Pupils get first-hand experiences from Holocaust survivor who visited Hartlepool school

Hartlepool pupils were given a first-hand account of the terrors of the Second World War when a Holocaust survivor visited their school.

Friday, 26th April 2019, 16:46 pm
Updated Sunday, 28th April 2019, 17:00 pm
Joanna with students

Year 9 students from High Tunstall College of Science heard testimony from Holocaust survivor Joanna Millan BEM as part of a visit organised by the Holocaust Educational Trust.

The testimony was followed by a question and answer session which enabled students to better understand the nature of the Holocaust and to explore its lessons in more depth.

Joanna with staff and students

Joanna was born Bela Rosenthal in August 1942 in Berlin, Germany and in June 1943, Bela and her mother were taken from their home and sent to the Theresienstadt ghetto.

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In 1944 when Bela was two, her mother contracted TB, leaving Bela orphaned and alone in the camp. Some of the women working in the kitchens would take food to the orphans and on May 3, 1945, the Red Cross took over control of the camp and Bela was liberated by the Russians.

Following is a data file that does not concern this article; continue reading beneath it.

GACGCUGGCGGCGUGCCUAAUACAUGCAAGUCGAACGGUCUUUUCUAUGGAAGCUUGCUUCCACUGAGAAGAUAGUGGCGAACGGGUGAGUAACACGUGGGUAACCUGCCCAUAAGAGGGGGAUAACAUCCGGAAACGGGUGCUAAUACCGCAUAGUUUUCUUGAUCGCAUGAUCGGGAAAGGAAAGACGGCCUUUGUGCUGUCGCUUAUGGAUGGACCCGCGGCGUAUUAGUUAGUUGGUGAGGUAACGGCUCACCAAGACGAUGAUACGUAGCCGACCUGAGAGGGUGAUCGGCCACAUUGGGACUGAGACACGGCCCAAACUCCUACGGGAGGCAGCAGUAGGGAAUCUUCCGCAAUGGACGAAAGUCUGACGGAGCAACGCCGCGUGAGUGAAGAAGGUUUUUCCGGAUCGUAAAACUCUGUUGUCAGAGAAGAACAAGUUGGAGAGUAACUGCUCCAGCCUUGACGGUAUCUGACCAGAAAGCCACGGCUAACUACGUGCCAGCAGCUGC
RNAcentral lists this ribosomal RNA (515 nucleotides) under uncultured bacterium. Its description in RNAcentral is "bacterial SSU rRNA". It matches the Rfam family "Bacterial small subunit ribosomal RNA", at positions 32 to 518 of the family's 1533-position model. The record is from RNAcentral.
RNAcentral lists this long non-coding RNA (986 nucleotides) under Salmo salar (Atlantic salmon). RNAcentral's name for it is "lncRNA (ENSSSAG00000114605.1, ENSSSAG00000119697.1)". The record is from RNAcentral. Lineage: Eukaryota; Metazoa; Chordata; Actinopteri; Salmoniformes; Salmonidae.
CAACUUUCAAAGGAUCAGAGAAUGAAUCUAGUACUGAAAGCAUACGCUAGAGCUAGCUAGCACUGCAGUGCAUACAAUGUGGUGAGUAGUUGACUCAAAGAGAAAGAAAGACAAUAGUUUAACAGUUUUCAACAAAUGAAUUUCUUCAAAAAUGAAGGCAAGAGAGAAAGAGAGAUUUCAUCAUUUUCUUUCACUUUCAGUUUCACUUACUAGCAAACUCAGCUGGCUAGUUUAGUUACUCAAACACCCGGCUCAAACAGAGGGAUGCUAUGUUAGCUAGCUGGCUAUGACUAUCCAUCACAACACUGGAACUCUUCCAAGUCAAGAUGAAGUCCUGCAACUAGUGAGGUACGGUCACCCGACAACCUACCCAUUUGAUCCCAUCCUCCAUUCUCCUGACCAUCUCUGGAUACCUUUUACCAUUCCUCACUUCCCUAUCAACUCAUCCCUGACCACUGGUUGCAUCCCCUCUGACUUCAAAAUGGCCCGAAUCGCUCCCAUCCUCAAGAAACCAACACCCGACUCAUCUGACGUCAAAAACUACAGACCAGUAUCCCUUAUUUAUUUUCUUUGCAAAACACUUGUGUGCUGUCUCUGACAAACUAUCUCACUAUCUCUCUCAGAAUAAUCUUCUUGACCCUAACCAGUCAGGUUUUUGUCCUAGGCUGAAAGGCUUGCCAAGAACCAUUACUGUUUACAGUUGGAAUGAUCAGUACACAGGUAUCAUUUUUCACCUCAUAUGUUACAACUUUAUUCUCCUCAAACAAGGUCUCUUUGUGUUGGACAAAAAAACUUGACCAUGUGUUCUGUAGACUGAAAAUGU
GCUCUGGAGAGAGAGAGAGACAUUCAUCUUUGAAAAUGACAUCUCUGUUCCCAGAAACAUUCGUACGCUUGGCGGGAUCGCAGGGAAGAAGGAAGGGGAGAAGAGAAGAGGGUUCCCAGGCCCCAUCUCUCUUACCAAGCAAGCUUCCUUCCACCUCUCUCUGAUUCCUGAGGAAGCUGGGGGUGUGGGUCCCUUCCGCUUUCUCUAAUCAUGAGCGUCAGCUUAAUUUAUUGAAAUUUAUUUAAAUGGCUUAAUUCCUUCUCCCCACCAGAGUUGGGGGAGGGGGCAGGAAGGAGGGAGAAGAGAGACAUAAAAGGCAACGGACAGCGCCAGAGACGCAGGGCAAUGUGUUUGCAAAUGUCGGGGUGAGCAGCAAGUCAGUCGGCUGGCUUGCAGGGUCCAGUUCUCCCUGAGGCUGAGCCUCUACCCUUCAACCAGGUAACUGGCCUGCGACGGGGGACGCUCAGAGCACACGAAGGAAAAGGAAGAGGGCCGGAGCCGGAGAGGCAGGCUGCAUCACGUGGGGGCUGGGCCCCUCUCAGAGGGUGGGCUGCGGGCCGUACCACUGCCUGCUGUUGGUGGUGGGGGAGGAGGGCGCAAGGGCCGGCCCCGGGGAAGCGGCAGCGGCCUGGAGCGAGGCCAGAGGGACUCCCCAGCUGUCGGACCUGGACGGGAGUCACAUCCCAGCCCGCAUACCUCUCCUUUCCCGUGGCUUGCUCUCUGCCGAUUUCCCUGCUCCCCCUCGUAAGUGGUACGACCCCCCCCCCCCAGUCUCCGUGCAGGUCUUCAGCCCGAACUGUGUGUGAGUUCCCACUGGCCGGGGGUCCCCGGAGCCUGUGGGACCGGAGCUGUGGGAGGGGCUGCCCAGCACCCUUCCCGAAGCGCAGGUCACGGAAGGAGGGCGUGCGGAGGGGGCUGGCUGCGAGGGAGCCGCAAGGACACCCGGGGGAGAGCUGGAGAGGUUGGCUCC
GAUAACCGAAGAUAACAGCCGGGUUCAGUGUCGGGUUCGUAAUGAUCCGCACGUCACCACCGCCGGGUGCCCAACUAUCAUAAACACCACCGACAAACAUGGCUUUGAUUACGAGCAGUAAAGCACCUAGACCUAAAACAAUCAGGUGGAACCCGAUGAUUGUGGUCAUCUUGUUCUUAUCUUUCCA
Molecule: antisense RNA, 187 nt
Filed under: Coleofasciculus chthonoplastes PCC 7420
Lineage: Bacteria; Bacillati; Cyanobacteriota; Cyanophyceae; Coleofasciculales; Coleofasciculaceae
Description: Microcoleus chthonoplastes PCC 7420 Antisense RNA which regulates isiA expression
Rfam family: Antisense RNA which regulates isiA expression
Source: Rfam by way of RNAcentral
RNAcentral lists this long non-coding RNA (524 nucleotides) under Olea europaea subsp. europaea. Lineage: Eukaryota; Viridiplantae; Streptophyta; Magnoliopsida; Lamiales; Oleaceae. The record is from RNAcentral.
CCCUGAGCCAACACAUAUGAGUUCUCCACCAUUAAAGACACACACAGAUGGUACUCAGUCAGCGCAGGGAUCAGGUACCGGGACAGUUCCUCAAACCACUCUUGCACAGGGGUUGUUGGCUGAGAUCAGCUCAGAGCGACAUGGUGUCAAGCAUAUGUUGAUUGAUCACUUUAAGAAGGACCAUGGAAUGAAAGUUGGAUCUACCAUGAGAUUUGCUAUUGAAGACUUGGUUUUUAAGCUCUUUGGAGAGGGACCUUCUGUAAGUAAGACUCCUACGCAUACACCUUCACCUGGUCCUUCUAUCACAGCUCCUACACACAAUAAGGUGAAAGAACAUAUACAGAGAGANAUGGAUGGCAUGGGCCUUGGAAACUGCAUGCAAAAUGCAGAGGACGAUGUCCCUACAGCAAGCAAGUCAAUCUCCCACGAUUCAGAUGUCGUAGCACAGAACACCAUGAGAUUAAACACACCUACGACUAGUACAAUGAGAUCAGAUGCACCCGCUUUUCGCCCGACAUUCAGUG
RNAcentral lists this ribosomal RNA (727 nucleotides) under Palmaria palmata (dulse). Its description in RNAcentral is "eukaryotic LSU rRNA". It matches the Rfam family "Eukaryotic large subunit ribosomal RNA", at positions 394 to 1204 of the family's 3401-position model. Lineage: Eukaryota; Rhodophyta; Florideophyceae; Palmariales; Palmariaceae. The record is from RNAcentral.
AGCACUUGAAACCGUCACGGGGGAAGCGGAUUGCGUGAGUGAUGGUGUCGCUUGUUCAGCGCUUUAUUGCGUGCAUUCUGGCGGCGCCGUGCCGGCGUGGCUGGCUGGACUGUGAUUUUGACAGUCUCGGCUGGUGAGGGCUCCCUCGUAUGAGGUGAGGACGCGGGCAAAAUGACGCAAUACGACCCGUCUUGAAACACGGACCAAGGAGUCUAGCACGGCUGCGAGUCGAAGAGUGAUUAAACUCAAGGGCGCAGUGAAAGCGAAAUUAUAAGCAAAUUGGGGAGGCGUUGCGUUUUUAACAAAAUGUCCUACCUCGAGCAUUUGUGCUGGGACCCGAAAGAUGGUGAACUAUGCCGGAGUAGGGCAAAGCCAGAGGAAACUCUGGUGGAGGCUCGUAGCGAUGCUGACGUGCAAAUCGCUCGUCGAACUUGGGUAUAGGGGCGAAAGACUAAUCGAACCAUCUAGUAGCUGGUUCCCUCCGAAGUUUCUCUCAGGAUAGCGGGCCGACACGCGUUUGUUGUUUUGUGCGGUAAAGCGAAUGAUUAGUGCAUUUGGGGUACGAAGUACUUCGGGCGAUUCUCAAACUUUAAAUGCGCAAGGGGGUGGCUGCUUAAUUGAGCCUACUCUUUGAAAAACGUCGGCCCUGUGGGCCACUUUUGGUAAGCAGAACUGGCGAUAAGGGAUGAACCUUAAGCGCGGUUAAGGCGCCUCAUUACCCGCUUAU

After liberation Bela, along with five other surviving orphans, was flown to England and adopted by a Jewish couple living in London who decided it would be better for Bela to have a less German-sounding name so it was changed to Joanna.

The visit is part of the Holocaust Educational Trust’s extensive all year round Outreach Programme, which is available to schools across the UK.

Mr Mark Tilling, headteacher at High Tunstall College of Science, said: “It is a privilege for us to welcome Joanna Millan BEM to our college and her testimony will remain a powerful reminder of the horrors so many experienced.

"We are grateful to the Holocaust Educational Trust for co-ordinating the visit and we hope that by hearing Joanna’s testimony, it will encourage our students to learn from the lessons of the Holocaust and make a positive difference in their own lives.”

During Joanna's early life she was told not to mention that she was Jewish or that she was born in Germany and to pretend that she was their natural daughter.

Growing up and hiding her identity was hard for Joanna, but she believes that the scale of antisemitism was such that Jews were discriminated against in all sections of society, even in England.

Joanna went on to marry a Jewish man and has three children and eight grandchildren. She is a magistrate and today speaks regularly about her experiences during the Holocaust.

Karen Pollock MBE, chief executive of the Holocaust Educational Trust, added: “The Holocaust Educational Trust educates and engages students from across the UK, from all communities about the Holocaust and there can be no better way than through the first-hand testimony of a survivor.

"Joanna’s story is one of tremendous courage during horrific circumstances and by hearing her testimony, students will have the opportunity to learn where prejudice and racism can ultimately lead.

“At the Trust, we impart the history of the Holocaust to young people, to ensure that we honour the memory of those whose lives were lost and take forward the lessons taught by those who survived.”